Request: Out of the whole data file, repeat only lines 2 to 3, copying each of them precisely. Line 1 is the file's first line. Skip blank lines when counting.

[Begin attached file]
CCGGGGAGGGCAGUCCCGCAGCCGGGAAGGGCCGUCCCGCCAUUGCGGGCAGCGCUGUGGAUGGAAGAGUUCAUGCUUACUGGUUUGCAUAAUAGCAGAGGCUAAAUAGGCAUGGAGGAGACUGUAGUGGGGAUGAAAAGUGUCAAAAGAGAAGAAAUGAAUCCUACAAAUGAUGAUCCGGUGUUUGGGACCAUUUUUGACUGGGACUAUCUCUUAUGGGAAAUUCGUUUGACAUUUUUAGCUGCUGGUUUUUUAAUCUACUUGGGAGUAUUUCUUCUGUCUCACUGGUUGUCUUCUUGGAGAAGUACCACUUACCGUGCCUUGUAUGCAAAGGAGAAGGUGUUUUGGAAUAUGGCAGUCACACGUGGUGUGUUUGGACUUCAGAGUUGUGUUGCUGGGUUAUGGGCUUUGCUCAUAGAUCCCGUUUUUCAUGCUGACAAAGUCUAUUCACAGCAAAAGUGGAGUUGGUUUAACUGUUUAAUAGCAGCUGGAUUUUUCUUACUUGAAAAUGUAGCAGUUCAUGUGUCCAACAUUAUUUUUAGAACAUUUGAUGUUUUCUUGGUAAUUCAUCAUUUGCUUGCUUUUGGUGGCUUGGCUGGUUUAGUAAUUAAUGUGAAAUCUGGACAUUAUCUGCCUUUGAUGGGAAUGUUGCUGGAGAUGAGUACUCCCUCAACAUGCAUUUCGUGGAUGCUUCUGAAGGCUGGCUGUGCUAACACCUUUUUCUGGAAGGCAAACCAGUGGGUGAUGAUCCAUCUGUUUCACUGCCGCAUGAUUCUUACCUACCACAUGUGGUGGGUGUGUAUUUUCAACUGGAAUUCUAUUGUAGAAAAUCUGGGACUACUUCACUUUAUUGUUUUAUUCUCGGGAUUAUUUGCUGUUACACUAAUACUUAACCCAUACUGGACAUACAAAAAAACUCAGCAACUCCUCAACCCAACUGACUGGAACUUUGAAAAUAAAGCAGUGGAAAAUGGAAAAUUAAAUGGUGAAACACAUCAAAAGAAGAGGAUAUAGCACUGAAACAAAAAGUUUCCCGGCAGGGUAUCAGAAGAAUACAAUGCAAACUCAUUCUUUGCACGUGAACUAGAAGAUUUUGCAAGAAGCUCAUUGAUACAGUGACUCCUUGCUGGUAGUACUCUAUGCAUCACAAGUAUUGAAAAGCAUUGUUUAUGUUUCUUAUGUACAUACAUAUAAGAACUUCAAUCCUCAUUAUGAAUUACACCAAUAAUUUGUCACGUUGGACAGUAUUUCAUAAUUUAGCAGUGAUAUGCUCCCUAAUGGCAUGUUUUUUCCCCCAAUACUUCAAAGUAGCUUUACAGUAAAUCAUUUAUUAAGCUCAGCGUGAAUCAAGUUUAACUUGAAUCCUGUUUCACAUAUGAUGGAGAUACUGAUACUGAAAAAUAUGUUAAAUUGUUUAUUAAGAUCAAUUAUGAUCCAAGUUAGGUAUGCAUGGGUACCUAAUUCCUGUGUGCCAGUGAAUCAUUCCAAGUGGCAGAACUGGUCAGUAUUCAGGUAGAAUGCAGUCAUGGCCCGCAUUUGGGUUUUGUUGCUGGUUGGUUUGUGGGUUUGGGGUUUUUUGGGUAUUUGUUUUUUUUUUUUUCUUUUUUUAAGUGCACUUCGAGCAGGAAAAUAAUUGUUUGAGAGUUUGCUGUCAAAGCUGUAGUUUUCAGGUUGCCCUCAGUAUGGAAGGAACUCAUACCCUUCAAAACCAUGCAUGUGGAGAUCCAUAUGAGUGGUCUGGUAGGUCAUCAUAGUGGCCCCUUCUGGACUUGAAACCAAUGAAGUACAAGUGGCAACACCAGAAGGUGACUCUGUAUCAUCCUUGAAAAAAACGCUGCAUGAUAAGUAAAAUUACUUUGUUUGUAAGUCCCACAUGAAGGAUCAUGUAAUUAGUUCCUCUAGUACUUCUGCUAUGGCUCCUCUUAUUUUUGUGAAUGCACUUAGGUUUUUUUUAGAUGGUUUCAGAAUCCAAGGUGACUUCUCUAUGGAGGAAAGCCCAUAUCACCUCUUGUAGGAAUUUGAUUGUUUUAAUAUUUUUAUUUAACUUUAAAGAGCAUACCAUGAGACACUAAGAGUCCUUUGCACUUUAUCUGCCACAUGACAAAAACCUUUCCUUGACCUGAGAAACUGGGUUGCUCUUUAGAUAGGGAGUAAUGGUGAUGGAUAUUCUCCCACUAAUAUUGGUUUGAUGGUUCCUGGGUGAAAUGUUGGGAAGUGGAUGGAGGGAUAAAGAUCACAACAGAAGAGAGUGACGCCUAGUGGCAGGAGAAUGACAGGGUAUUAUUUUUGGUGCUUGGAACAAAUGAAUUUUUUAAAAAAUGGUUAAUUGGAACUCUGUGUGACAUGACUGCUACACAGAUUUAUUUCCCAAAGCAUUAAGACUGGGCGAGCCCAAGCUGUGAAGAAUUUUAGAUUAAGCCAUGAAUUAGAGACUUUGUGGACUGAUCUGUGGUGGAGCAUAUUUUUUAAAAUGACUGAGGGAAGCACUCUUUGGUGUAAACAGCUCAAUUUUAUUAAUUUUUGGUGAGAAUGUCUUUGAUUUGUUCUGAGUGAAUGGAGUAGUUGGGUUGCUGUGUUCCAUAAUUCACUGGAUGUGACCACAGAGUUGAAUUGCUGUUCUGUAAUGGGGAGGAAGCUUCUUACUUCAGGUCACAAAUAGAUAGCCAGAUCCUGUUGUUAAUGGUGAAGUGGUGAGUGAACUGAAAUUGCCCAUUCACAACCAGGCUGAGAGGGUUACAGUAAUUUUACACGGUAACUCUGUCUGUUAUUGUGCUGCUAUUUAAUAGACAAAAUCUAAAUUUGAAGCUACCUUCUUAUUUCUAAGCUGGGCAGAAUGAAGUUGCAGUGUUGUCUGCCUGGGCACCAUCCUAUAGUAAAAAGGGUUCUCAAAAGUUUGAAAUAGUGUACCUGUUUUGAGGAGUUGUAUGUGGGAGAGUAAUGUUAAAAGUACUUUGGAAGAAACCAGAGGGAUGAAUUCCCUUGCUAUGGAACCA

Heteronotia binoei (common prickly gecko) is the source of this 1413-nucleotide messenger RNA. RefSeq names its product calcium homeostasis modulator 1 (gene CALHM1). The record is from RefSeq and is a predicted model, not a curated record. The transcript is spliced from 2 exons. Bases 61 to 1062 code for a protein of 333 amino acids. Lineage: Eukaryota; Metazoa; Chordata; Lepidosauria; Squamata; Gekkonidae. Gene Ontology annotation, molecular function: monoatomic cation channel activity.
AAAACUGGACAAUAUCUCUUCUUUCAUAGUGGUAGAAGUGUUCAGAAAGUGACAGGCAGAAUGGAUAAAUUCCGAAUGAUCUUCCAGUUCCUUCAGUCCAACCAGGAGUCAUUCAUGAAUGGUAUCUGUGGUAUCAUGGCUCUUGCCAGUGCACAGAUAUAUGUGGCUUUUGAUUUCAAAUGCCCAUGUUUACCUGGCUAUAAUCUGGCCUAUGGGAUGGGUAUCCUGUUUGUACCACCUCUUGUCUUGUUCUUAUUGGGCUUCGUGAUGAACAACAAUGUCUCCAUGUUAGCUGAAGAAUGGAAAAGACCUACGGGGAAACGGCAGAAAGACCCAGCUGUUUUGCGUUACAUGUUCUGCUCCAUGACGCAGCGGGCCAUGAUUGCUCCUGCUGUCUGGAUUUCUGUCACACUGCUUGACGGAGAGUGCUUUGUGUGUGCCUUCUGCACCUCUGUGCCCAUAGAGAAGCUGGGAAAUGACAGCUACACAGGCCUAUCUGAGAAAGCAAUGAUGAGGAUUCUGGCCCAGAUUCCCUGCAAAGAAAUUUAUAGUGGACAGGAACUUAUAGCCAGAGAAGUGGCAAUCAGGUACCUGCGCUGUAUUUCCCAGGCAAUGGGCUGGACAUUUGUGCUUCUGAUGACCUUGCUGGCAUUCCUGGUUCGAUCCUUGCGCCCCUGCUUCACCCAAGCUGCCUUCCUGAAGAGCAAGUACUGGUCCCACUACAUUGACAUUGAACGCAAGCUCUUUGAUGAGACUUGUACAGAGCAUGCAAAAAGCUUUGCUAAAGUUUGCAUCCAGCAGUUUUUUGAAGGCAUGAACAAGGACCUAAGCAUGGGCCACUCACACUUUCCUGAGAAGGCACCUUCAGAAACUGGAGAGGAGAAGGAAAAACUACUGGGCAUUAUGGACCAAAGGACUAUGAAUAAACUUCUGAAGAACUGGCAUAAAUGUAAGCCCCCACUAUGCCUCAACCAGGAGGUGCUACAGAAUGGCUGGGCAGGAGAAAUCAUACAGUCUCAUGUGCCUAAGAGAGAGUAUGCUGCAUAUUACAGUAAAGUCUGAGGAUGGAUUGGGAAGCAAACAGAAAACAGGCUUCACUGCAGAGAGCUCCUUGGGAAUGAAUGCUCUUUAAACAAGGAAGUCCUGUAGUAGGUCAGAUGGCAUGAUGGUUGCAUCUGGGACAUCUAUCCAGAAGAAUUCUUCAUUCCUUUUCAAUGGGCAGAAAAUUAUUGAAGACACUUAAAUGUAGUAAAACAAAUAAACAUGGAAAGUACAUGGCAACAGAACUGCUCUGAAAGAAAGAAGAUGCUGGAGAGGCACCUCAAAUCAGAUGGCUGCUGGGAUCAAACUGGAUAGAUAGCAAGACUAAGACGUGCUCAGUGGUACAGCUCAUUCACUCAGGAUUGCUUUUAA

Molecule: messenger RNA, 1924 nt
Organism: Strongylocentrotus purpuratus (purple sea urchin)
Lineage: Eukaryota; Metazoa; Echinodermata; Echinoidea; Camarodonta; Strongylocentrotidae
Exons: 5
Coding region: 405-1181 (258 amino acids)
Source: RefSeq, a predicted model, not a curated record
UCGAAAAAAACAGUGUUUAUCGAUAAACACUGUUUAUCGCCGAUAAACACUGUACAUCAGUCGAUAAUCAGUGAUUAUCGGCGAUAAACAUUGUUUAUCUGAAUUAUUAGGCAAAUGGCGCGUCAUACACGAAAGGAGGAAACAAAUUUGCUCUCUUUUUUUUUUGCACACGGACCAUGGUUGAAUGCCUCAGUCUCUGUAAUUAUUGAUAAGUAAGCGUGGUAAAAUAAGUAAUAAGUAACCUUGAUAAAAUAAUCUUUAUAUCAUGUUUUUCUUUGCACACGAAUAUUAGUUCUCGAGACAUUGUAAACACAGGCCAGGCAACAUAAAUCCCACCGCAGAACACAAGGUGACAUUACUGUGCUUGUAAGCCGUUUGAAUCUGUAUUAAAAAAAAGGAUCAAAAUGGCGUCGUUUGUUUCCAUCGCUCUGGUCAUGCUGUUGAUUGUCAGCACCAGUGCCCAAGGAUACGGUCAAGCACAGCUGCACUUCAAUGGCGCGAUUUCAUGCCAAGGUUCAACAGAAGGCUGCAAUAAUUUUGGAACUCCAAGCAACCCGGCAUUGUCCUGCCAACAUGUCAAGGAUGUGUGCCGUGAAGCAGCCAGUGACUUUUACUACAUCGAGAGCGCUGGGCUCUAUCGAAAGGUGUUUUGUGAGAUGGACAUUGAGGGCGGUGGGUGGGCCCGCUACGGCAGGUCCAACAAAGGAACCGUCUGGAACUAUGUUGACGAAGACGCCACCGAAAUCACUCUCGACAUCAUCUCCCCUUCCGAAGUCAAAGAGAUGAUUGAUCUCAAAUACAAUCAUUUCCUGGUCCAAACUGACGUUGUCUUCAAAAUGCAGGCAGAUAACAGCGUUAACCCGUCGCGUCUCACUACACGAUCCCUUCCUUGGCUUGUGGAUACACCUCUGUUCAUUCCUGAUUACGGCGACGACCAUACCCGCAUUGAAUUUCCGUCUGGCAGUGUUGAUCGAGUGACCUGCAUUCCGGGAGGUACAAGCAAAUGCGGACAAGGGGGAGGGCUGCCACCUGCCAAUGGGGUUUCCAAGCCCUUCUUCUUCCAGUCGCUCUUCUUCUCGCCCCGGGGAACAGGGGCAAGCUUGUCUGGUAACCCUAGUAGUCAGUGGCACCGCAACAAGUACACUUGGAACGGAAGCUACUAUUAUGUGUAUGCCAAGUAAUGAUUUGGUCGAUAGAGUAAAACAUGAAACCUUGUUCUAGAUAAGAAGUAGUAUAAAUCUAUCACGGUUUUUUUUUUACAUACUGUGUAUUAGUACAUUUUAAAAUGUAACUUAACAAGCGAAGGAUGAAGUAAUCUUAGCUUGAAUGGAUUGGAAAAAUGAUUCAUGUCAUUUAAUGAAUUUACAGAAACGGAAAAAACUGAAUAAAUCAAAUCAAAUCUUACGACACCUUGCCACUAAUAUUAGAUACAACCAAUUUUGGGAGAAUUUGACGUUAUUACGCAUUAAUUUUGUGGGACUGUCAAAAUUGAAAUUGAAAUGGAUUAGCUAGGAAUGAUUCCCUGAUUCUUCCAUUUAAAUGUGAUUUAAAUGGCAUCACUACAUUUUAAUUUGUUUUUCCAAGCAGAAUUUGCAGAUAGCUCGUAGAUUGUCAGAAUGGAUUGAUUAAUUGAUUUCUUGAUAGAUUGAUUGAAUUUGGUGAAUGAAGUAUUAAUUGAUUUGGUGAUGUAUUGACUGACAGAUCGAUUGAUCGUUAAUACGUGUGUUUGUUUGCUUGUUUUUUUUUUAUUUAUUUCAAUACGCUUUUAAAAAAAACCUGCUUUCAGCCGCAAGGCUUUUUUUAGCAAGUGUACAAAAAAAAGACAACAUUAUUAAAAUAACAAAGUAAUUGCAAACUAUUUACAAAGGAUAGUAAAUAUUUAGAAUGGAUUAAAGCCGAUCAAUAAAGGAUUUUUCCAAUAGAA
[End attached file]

Heteronotia binoei (common prickly gecko) is the source of this 1413-nucleotide messenger RNA. RefSeq names its product calcium homeostasis modulator 1 (gene CALHM1). The record is from RefSeq and is a predicted model, not a curated record. The transcript is spliced from 2 exons. Bases 61 to 1062 code for a protein of 333 amino acids. Lineage: Eukaryota; Metazoa; Chordata; Lepidosauria; Squamata; Gekkonidae. Gene Ontology annotation, molecular function: monoatomic cation channel activity.
AAAACUGGACAAUAUCUCUUCUUUCAUAGUGGUAGAAGUGUUCAGAAAGUGACAGGCAGAAUGGAUAAAUUCCGAAUGAUCUUCCAGUUCCUUCAGUCCAACCAGGAGUCAUUCAUGAAUGGUAUCUGUGGUAUCAUGGCUCUUGCCAGUGCACAGAUAUAUGUGGCUUUUGAUUUCAAAUGCCCAUGUUUACCUGGCUAUAAUCUGGCCUAUGGGAUGGGUAUCCUGUUUGUACCACCUCUUGUCUUGUUCUUAUUGGGCUUCGUGAUGAACAACAAUGUCUCCAUGUUAGCUGAAGAAUGGAAAAGACCUACGGGGAAACGGCAGAAAGACCCAGCUGUUUUGCGUUACAUGUUCUGCUCCAUGACGCAGCGGGCCAUGAUUGCUCCUGCUGUCUGGAUUUCUGUCACACUGCUUGACGGAGAGUGCUUUGUGUGUGCCUUCUGCACCUCUGUGCCCAUAGAGAAGCUGGGAAAUGACAGCUACACAGGCCUAUCUGAGAAAGCAAUGAUGAGGAUUCUGGCCCAGAUUCCCUGCAAAGAAAUUUAUAGUGGACAGGAACUUAUAGCCAGAGAAGUGGCAAUCAGGUACCUGCGCUGUAUUUCCCAGGCAAUGGGCUGGACAUUUGUGCUUCUGAUGACCUUGCUGGCAUUCCUGGUUCGAUCCUUGCGCCCCUGCUUCACCCAAGCUGCCUUCCUGAAGAGCAAGUACUGGUCCCACUACAUUGACAUUGAACGCAAGCUCUUUGAUGAGACUUGUACAGAGCAUGCAAAAAGCUUUGCUAAAGUUUGCAUCCAGCAGUUUUUUGAAGGCAUGAACAAGGACCUAAGCAUGGGCCACUCACACUUUCCUGAGAAGGCACCUUCAGAAACUGGAGAGGAGAAGGAAAAACUACUGGGCAUUAUGGACCAAAGGACUAUGAAUAAACUUCUGAAGAACUGGCAUAAAUGUAAGCCCCCACUAUGCCUCAACCAGGAGGUGCUACAGAAUGGCUGGGCAGGAGAAAUCAUACAGUCUCAUGUGCCUAAGAGAGAGUAUGCUGCAUAUUACAGUAAAGUCUGAGGAUGGAUUGGGAAGCAAACAGAAAACAGGCUUCACUGCAGAGAGCUCCUUGGGAAUGAAUGCUCUUUAAACAAGGAAGUCCUGUAGUAGGUCAGAUGGCAUGAUGGUUGCAUCUGGGACAUCUAUCCAGAAGAAUUCUUCAUUCCUUUUCAAUGGGCAGAAAAUUAUUGAAGACACUUAAAUGUAGUAAAACAAAUAAACAUGGAAAGUACAUGGCAACAGAACUGCUCUGAAAGAAAGAAGAUGCUGGAGAGGCACCUCAAAUCAGAUGGCUGCUGGGAUCAAACUGGAUAGAUAGCAAGACUAAGACGUGCUCAGUGGUACAGCUCAUUCACUCAGGAUUGCUUUUAA